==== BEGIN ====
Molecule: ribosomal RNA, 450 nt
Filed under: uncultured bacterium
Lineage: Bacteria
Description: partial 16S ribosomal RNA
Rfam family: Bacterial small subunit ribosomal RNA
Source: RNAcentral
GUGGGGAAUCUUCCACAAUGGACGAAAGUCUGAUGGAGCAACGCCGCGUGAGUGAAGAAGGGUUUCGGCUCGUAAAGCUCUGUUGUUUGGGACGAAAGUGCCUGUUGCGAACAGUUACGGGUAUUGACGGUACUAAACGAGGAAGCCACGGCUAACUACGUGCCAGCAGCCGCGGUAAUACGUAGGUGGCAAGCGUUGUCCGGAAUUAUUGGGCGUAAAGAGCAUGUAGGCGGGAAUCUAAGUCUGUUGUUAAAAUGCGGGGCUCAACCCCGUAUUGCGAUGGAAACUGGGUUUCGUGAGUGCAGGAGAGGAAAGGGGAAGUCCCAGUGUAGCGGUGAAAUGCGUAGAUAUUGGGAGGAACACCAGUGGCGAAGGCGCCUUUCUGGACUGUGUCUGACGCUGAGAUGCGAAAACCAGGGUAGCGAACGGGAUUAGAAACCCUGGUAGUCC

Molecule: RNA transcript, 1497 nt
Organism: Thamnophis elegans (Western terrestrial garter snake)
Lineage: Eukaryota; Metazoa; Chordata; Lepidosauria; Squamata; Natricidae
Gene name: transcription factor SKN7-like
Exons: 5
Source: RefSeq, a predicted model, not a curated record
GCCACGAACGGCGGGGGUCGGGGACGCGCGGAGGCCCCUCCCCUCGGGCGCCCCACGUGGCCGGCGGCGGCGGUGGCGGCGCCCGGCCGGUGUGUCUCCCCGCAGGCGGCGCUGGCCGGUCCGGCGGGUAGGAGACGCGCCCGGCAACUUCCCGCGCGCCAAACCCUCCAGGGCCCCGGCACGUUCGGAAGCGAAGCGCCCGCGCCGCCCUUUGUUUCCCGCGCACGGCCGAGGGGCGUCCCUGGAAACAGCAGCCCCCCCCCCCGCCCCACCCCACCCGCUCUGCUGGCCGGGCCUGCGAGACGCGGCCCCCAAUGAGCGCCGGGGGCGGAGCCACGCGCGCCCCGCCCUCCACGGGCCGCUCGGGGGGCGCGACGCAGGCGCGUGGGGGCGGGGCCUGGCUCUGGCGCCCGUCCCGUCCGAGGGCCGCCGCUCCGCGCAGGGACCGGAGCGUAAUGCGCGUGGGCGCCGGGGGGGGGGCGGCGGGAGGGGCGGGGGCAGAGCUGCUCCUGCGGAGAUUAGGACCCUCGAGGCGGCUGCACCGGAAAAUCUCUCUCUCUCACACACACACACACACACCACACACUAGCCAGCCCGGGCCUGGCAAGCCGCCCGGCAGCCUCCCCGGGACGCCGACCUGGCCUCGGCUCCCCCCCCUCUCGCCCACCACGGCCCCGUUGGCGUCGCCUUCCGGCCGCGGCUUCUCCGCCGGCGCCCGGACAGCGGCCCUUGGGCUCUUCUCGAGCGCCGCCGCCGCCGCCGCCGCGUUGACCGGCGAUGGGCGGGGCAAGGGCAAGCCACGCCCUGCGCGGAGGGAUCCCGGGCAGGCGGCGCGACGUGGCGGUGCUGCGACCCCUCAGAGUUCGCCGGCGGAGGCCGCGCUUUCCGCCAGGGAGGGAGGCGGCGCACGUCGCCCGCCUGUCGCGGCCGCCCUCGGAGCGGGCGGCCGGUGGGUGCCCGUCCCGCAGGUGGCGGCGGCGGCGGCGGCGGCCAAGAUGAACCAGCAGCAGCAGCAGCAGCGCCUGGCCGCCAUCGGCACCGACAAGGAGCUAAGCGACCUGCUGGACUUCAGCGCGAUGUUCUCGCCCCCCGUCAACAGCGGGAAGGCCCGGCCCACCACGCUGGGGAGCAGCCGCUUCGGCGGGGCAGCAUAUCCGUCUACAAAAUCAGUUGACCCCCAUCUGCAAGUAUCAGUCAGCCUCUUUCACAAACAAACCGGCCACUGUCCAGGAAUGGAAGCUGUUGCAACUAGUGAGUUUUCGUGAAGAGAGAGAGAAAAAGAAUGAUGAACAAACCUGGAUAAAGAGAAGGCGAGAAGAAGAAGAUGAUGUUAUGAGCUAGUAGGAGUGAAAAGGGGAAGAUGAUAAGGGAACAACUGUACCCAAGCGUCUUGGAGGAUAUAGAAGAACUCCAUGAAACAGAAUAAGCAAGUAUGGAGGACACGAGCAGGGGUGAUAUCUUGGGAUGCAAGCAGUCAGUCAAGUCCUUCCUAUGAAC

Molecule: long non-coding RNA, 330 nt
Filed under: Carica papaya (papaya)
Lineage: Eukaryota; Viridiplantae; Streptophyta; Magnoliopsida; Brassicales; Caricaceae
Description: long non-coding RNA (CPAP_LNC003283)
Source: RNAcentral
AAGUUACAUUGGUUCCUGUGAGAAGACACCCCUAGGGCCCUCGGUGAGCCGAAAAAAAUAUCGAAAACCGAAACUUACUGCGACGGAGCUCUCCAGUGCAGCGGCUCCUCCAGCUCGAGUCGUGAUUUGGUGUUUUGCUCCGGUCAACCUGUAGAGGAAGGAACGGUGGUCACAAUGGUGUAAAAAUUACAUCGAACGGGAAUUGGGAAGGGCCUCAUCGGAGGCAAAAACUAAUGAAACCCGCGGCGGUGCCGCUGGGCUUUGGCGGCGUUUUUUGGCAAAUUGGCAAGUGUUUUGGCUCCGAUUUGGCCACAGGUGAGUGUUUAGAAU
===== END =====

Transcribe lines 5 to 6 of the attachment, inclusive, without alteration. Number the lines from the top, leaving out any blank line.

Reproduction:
Rfam family: Bacterial small subunit ribosomal RNA
Source: RNAcentral